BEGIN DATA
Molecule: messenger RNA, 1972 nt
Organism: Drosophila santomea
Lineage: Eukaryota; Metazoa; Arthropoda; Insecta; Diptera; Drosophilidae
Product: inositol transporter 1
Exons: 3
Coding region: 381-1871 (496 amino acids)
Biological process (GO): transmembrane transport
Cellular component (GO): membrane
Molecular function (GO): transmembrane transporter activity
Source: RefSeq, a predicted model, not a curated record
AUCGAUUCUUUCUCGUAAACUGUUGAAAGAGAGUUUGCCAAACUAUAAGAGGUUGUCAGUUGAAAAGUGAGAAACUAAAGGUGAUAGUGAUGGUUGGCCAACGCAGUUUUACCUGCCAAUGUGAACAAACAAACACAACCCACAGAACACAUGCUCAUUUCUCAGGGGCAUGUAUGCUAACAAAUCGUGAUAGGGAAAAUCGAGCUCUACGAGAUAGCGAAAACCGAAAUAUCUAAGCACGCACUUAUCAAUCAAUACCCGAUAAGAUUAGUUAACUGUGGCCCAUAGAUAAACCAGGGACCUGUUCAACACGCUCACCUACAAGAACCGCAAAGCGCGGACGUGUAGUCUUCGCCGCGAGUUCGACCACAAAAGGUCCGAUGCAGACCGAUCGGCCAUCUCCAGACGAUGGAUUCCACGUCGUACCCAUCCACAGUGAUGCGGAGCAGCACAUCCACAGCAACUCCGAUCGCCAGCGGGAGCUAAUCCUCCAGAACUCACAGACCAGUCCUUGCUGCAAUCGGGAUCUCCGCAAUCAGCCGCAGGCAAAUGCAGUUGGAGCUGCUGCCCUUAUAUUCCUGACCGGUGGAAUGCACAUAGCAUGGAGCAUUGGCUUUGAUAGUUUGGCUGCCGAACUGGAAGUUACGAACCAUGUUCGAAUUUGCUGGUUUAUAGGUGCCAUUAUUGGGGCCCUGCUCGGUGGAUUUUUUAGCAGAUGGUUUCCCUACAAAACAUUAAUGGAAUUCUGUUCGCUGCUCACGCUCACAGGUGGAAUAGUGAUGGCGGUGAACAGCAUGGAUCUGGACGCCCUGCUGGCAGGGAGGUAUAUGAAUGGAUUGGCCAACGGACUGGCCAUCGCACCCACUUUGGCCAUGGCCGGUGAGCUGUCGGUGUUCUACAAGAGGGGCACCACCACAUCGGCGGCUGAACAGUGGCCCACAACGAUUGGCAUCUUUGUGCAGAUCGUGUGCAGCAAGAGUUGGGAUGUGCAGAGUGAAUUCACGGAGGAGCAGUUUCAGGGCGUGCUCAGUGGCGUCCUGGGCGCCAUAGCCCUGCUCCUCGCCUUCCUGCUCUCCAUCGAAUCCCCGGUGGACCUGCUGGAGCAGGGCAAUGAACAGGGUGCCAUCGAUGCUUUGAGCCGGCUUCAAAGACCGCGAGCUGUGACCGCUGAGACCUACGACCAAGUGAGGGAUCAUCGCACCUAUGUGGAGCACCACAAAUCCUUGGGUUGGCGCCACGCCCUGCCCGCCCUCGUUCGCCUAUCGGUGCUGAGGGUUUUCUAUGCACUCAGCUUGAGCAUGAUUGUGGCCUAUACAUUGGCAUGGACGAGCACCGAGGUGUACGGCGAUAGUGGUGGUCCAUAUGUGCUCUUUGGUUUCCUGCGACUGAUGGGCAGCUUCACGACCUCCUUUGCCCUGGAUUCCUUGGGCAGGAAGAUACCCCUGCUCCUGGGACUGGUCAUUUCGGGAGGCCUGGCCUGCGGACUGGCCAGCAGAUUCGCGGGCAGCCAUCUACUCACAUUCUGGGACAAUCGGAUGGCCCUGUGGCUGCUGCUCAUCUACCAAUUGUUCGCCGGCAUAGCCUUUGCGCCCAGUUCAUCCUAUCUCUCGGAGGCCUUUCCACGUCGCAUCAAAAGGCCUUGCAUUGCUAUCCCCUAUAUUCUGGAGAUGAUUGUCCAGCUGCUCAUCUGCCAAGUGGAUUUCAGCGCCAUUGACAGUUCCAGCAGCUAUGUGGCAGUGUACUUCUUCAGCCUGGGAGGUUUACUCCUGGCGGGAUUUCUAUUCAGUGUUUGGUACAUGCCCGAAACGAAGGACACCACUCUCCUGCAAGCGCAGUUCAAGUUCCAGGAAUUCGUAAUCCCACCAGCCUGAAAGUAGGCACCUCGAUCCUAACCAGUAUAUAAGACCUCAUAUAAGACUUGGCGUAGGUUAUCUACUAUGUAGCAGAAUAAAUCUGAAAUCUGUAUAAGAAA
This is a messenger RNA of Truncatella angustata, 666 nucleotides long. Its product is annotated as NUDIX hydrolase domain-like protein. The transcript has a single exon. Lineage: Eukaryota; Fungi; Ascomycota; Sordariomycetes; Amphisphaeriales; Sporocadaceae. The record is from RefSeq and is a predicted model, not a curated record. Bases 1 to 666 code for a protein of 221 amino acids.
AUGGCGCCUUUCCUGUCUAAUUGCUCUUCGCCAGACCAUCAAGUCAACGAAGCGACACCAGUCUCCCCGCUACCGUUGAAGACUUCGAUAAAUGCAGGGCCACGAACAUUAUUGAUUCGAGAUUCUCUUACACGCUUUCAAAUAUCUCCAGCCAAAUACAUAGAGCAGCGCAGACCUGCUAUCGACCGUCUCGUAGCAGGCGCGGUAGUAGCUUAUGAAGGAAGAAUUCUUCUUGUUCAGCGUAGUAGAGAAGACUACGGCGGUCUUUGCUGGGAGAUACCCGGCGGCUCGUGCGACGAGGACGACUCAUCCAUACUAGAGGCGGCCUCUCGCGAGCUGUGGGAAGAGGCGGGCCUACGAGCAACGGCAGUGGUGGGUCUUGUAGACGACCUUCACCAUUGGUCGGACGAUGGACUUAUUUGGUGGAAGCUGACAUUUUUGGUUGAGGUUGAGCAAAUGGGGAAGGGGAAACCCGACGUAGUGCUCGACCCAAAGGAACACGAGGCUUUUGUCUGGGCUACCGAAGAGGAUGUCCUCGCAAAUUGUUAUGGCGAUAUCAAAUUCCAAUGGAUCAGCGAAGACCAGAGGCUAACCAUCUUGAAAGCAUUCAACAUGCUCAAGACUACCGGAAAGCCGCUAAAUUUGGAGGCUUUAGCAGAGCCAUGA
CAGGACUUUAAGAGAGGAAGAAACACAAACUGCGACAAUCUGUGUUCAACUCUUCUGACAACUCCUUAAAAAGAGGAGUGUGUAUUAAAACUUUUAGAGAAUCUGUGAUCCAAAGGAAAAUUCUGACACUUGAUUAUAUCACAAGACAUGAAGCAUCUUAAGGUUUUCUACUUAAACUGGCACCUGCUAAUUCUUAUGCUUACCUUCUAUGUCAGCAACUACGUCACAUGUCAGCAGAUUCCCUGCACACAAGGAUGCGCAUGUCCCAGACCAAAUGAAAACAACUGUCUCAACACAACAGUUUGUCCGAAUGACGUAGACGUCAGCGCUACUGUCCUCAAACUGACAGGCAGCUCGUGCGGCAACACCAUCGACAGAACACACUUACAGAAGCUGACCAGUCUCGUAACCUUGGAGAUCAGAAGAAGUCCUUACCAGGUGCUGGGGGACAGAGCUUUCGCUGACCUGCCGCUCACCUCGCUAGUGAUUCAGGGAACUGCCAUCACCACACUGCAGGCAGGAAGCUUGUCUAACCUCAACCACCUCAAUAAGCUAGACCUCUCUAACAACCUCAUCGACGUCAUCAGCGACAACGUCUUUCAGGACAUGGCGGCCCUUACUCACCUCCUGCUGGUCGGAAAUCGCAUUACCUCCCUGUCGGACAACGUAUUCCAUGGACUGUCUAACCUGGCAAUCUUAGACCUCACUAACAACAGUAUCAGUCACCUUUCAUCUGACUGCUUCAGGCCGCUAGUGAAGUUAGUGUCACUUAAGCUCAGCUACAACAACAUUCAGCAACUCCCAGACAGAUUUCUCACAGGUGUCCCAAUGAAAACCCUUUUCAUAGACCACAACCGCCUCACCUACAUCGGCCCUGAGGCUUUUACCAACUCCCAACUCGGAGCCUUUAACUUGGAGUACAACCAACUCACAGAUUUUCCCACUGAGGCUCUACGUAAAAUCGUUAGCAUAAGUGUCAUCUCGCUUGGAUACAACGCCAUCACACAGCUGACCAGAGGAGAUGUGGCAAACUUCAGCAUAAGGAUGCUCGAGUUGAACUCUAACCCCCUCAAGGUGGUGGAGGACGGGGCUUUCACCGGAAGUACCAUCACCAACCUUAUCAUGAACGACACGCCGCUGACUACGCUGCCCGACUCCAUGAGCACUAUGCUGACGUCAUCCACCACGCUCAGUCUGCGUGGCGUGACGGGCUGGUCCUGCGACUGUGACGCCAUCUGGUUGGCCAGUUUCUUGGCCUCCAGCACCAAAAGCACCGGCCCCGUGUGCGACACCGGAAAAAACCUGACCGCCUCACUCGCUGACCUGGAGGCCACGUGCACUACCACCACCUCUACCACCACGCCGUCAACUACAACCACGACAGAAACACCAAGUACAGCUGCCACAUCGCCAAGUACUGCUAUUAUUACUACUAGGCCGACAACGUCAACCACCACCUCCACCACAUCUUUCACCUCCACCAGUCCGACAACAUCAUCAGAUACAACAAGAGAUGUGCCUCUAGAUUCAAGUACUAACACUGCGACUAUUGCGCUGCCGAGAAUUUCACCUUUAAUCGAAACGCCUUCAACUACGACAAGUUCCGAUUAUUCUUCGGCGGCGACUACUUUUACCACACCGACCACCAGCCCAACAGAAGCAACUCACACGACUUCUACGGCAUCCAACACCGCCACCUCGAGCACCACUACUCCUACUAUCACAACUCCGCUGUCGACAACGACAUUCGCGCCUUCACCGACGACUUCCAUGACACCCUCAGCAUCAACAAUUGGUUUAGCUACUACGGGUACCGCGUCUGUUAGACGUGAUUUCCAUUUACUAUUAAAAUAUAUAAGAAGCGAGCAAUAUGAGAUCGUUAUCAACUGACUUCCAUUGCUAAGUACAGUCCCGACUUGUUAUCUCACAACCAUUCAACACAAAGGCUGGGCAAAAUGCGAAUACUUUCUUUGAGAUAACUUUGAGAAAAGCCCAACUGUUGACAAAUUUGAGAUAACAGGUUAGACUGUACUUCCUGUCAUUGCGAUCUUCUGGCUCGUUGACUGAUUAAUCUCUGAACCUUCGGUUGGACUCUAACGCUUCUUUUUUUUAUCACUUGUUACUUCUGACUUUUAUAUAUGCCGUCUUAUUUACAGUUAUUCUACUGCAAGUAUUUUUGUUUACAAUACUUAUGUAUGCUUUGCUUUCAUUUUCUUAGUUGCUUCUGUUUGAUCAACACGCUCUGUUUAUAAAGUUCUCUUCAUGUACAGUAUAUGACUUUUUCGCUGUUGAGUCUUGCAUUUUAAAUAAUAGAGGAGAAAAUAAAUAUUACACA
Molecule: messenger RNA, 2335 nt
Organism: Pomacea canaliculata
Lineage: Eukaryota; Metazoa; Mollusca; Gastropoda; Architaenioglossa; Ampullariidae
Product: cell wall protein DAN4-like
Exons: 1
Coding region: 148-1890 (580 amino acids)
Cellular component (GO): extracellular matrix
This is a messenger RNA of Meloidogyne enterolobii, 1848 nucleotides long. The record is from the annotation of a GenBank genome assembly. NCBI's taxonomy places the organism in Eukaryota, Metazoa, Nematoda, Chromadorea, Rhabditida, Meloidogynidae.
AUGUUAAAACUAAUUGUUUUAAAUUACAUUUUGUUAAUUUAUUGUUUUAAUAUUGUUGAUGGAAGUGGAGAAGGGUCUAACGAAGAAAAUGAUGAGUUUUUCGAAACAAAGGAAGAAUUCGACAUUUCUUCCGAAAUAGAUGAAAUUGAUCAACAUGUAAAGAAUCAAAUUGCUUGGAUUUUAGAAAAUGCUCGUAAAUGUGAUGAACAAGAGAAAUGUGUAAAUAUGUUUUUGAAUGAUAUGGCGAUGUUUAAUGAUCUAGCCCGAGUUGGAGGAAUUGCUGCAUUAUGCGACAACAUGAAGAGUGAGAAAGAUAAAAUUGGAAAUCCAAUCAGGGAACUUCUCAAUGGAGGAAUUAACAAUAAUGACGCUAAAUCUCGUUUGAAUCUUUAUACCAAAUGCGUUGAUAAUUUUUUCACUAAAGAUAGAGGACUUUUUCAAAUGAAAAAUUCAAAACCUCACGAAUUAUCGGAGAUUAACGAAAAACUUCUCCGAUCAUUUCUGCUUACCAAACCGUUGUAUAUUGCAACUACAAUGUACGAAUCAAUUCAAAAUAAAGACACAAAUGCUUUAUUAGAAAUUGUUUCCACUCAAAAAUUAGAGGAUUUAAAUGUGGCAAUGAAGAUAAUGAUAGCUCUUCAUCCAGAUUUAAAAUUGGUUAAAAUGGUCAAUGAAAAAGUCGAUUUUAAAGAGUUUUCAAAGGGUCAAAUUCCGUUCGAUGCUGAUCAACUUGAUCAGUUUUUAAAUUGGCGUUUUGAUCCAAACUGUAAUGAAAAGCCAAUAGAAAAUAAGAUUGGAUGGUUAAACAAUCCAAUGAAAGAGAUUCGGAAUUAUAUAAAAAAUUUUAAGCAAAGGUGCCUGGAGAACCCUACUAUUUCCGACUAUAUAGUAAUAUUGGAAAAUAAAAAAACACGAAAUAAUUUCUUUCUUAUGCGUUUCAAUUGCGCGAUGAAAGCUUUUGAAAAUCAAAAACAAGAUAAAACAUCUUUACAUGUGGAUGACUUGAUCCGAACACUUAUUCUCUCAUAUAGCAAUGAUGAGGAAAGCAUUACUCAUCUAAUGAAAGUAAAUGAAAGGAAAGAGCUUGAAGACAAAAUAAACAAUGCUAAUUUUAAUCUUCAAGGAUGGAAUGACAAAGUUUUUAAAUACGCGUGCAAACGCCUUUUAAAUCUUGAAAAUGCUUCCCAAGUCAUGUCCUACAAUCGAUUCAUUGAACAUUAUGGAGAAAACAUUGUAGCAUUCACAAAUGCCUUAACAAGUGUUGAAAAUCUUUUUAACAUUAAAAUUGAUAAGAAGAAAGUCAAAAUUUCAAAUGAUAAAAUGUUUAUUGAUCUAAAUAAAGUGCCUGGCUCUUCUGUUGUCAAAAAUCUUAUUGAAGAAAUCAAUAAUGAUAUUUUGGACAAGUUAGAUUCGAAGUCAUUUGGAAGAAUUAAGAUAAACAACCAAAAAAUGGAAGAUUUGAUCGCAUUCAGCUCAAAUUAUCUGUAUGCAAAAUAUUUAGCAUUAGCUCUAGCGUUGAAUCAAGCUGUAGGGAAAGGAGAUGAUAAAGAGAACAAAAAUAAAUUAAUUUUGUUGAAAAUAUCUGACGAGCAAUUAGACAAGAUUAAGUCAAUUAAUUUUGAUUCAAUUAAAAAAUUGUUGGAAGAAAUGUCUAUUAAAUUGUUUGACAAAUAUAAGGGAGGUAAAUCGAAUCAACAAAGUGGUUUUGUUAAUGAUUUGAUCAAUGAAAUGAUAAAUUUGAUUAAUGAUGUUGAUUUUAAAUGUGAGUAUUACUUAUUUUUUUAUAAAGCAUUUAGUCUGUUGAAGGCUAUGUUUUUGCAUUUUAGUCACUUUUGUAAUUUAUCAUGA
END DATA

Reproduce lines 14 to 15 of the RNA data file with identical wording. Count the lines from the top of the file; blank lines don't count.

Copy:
CAGGACUUUAAGAGAGGAAGAAACACAAACUGCGACAAUCUGUGUUCAACUCUUCUGACAACUCCUUAAAAAGAGGAGUGUGUAUUAAAACUUUUAGAGAAUCUGUGAUCCAAAGGAAAAUUCUGACACUUGAUUAUAUCACAAGACAUGAAGCAUCUUAAGGUUUUCUACUUAAACUGGCACCUGCUAAUUCUUAUGCUUACCUUCUAUGUCAGCAACUACGUCACAUGUCAGCAGAUUCCCUGCACACAAGGAUGCGCAUGUCCCAGACCAAAUGAAAACAACUGUCUCAACACAACAGUUUGUCCGAAUGACGUAGACGUCAGCGCUACUGUCCUCAAACUGACAGGCAGCUCGUGCGGCAACACCAUCGACAGAACACACUUACAGAAGCUGACCAGUCUCGUAACCUUGGAGAUCAGAAGAAGUCCUUACCAGGUGCUGGGGGACAGAGCUUUCGCUGACCUGCCGCUCACCUCGCUAGUGAUUCAGGGAACUGCCAUCACCACACUGCAGGCAGGAAGCUUGUCUAACCUCAACCACCUCAAUAAGCUAGACCUCUCUAACAACCUCAUCGACGUCAUCAGCGACAACGUCUUUCAGGACAUGGCGGCCCUUACUCACCUCCUGCUGGUCGGAAAUCGCAUUACCUCCCUGUCGGACAACGUAUUCCAUGGACUGUCUAACCUGGCAAUCUUAGACCUCACUAACAACAGUAUCAGUCACCUUUCAUCUGACUGCUUCAGGCCGCUAGUGAAGUUAGUGUCACUUAAGCUCAGCUACAACAACAUUCAGCAACUCCCAGACAGAUUUCUCACAGGUGUCCCAAUGAAAACCCUUUUCAUAGACCACAACCGCCUCACCUACAUCGGCCCUGAGGCUUUUACCAACUCCCAACUCGGAGCCUUUAACUUGGAGUACAACCAACUCACAGAUUUUCCCACUGAGGCUCUACGUAAAAUCGUUAGCAUAAGUGUCAUCUCGCUUGGAUACAACGCCAUCACACAGCUGACCAGAGGAGAUGUGGCAAACUUCAGCAUAAGGAUGCUCGAGUUGAACUCUAACCCCCUCAAGGUGGUGGAGGACGGGGCUUUCACCGGAAGUACCAUCACCAACCUUAUCAUGAACGACACGCCGCUGACUACGCUGCCCGACUCCAUGAGCACUAUGCUGACGUCAUCCACCACGCUCAGUCUGCGUGGCGUGACGGGCUGGUCCUGCGACUGUGACGCCAUCUGGUUGGCCAGUUUCUUGGCCUCCAGCACCAAAAGCACCGGCCCCGUGUGCGACACCGGAAAAAACCUGACCGCCUCACUCGCUGACCUGGAGGCCACGUGCACUACCACCACCUCUACCACCACGCCGUCAACUACAACCACGACAGAAACACCAAGUACAGCUGCCACAUCGCCAAGUACUGCUAUUAUUACUACUAGGCCGACAACGUCAACCACCACCUCCACCACAUCUUUCACCUCCACCAGUCCGACAACAUCAUCAGAUACAACAAGAGAUGUGCCUCUAGAUUCAAGUACUAACACUGCGACUAUUGCGCUGCCGAGAAUUUCACCUUUAAUCGAAACGCCUUCAACUACGACAAGUUCCGAUUAUUCUUCGGCGGCGACUACUUUUACCACACCGACCACCAGCCCAACAGAAGCAACUCACACGACUUCUACGGCAUCCAACACCGCCACCUCGAGCACCACUACUCCUACUAUCACAACUCCGCUGUCGACAACGACAUUCGCGCCUUCACCGACGACUUCCAUGACACCCUCAGCAUCAACAAUUGGUUUAGCUACUACGGGUACCGCGUCUGUUAGACGUGAUUUCCAUUUACUAUUAAAAUAUAUAAGAAGCGAGCAAUAUGAGAUCGUUAUCAACUGACUUCCAUUGCUAAGUACAGUCCCGACUUGUUAUCUCACAACCAUUCAACACAAAGGCUGGGCAAAAUGCGAAUACUUUCUUUGAGAUAACUUUGAGAAAAGCCCAACUGUUGACAAAUUUGAGAUAACAGGUUAGACUGUACUUCCUGUCAUUGCGAUCUUCUGGCUCGUUGACUGAUUAAUCUCUGAACCUUCGGUUGGACUCUAACGCUUCUUUUUUUUAUCACUUGUUACUUCUGACUUUUAUAUAUGCCGUCUUAUUUACAGUUAUUCUACUGCAAGUAUUUUUGUUUACAAUACUUAUGUAUGCUUUGCUUUCAUUUUCUUAGUUGCUUCUGUUUGAUCAACACGCUCUGUUUAUAAAGUUCUCUUCAUGUACAGUAUAUGACUUUUUCGCUGUUGAGUCUUGCAUUUUAAAUAAUAGAGGAGAAAAUAAAUAUUACACA
Molecule: messenger RNA, 2335 nt